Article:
10. The Spectacular Now
This a great little movie that cements Shailene Woodley’s star status. It’s like a less successful The Perks of Being a Wallflower, but that’s not a dig. It just lacks some of Perks’s emotional intensely while being fairly effective on its own. Part of what these films are able to do so well is to tackle the emotionally turbulent lives of teenagers without drowning them in sentimental schlock.
Favorite scene: Sutter’s boss confronts him about being drunk at work.
09. Spring Breakers
Proves that James Franco is both a joke and a genius. One of the boldest, weirdest films this year. With all of the talk of cultural appropriation in 2013, it’s strange that Spring Breakers’s sustained examination of that concept wasn’t at the center of more conversations.
Favorite scene: Any scene in which James Franco says, “Spring break…. Spring brrreaaakk.”
08. Iron Man 3
They gave Tony Stark an anxiety disorder, you guys. An anxiety disorder. And it completely works. Pepper Potts gets to destroy the villain. There’s a really rad riff on the Mandarin. Stark’s attack on the Mandarin’s compound with makeshift gadgets is one of the year’s most thrilling action sequences. There’s so much to love here.
Favorite scene: Pepper Potts gets to be the most powerful woman in the Marvel universe for 30 seconds.
07. Captain Phillips
I feel like Wesley Morris said it all over at Grantland.
Favorite scene: It has to be Tom Hanks’s career-best performance, culminating in an emotionally devastating breakdown after all of the action has ended.
06. The Hunger Games: Catching Fire
Look, I don’t know how these people are doing it, but they’ve managed two perfect adaptations in a row. Suzanne Collins’s books are excellent, but seeing them realized on screen with such care and thoughtfulness has been a special experience. Catching Fire takes everything that made the first film great, and ratchets it up to 11. Every performance is wonderful, the action is well-shot and propulsive, and the movie really begins to dig into the themes that make the books hit so hard. If they nail Mockingjay, we’re going to be looking at one of the best sci-fi film series of all time.
Favorite scene: District 12’s three victors find out they can’t escape the cruelty of the Capitol.
05. The Wolf of Wall Street
It’s crazy that Martin Scorsese is still such a vital filmmaker at this late stage in his career. Even Spielberg hasn’t been able to keep up, really.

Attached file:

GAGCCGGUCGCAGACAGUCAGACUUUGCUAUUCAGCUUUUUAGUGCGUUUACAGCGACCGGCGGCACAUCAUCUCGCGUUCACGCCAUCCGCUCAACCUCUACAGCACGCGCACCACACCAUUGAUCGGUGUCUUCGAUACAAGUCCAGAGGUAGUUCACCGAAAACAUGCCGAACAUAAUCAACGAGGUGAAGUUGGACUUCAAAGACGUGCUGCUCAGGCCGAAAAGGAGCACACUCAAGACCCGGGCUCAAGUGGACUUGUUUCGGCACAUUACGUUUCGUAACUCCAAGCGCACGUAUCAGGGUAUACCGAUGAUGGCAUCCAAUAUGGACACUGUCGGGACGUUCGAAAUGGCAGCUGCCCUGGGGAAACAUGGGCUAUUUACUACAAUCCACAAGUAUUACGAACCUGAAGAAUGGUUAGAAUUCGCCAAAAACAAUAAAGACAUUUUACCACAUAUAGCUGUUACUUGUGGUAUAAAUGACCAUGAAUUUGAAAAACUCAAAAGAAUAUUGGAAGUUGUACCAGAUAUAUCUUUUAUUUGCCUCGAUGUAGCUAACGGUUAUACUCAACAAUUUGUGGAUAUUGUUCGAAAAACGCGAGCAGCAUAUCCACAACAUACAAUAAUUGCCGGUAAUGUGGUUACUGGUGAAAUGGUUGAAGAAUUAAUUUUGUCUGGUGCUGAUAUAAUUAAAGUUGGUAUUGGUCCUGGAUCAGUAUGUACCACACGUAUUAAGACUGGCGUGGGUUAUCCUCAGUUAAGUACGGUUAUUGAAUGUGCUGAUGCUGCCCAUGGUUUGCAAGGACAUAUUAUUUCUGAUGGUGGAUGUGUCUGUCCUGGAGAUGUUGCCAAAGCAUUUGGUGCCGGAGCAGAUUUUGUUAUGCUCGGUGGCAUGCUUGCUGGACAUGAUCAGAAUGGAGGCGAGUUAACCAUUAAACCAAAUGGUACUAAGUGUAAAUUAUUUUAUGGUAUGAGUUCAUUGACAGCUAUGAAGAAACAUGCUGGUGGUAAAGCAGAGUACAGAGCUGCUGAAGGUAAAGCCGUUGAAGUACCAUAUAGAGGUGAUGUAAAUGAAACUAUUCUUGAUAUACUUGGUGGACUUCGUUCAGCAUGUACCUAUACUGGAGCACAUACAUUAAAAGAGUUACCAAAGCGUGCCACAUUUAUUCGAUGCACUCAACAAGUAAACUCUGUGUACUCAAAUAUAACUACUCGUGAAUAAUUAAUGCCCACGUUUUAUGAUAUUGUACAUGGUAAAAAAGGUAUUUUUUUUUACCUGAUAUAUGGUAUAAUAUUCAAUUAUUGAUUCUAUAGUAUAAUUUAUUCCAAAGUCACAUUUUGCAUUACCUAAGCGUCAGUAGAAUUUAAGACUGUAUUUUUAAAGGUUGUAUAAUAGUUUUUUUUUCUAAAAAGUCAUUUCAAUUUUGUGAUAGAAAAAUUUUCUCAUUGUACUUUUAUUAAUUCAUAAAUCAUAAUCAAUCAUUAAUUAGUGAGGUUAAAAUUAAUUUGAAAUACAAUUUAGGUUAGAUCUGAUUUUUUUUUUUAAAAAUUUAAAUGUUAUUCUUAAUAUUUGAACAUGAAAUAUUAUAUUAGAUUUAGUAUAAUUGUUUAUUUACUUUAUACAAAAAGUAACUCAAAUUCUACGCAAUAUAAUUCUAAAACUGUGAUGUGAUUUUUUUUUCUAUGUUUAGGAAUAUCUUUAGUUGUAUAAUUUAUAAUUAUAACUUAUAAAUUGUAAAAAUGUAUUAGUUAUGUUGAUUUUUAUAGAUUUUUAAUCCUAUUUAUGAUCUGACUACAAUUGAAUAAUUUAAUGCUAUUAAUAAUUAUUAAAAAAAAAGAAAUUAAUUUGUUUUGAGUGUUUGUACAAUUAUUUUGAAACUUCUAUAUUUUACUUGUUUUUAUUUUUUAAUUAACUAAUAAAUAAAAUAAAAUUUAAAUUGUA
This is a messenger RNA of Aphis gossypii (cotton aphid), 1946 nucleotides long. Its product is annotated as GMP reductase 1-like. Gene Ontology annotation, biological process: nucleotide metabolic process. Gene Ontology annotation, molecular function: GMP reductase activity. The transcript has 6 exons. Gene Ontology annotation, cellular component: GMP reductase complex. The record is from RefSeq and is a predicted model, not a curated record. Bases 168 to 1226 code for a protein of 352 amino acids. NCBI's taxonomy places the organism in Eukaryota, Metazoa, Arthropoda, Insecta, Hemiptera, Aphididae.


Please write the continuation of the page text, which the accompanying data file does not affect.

Favorite scene: Obviously it’s DiCaprio’s stunning physical comedy as he tries to get to his car while high as fuuuuuck.
04. 12 Years a Slave
This is great, essential cinema. I might never watch it again. Absurd performances by white people. Get your shit together, white people.
Favorite scene: “I apologize for my appearance, but I have had a difficult time these past several years.”
03. Before Midnight
There’s a stark and uncomfortable honesty in how this film interrogates its central relationship. Long-term relationships sometimes simmer with unavoidable issues and resentments. This film brings all of that to the fore, and then forces the characters to grapple with it through extended conversations. But really, Jesse is kind of an asshole. Delpy and Hawke are doing the kind of naturalistic work here that’s more or less unparalleled.
Favorite scene: The argument that starts in the hotel suite could be a scene from my life.
Alfonso Cuarón is simply one of the best filmmakers working today. Gravity is an intense thrill ride, a technical marvel that manages emotional resonance even though its script often falls on its face. Thank Sandra Bullock for that.
Favorite scene: Bullock struggles to her feet on the shore of a beach.
The reasons Her works for me are very similar to why I think Before Midnight is such an excellent film. It forces us to grapple with our own shortcomings as both friends and lovers. Painfully, it reminds us that the people in our lives change and grow in ways that we can’t possibly foresee. It challenges us to accept that the people in our lives, as much as we might love them, are ultimately beyond our ability to control. That’s beautiful, and it’s important. This movie reminds me of my favorite line from Life as a House: “Love is not enough.” Even at 14 I knew that was some profound shit.
Manuel Betancourt has a lovely description of why this film works so well.
Favorite scene: Theodore sets up his OS.
Honorable mentions: Inside Llewyn Davis, The Butler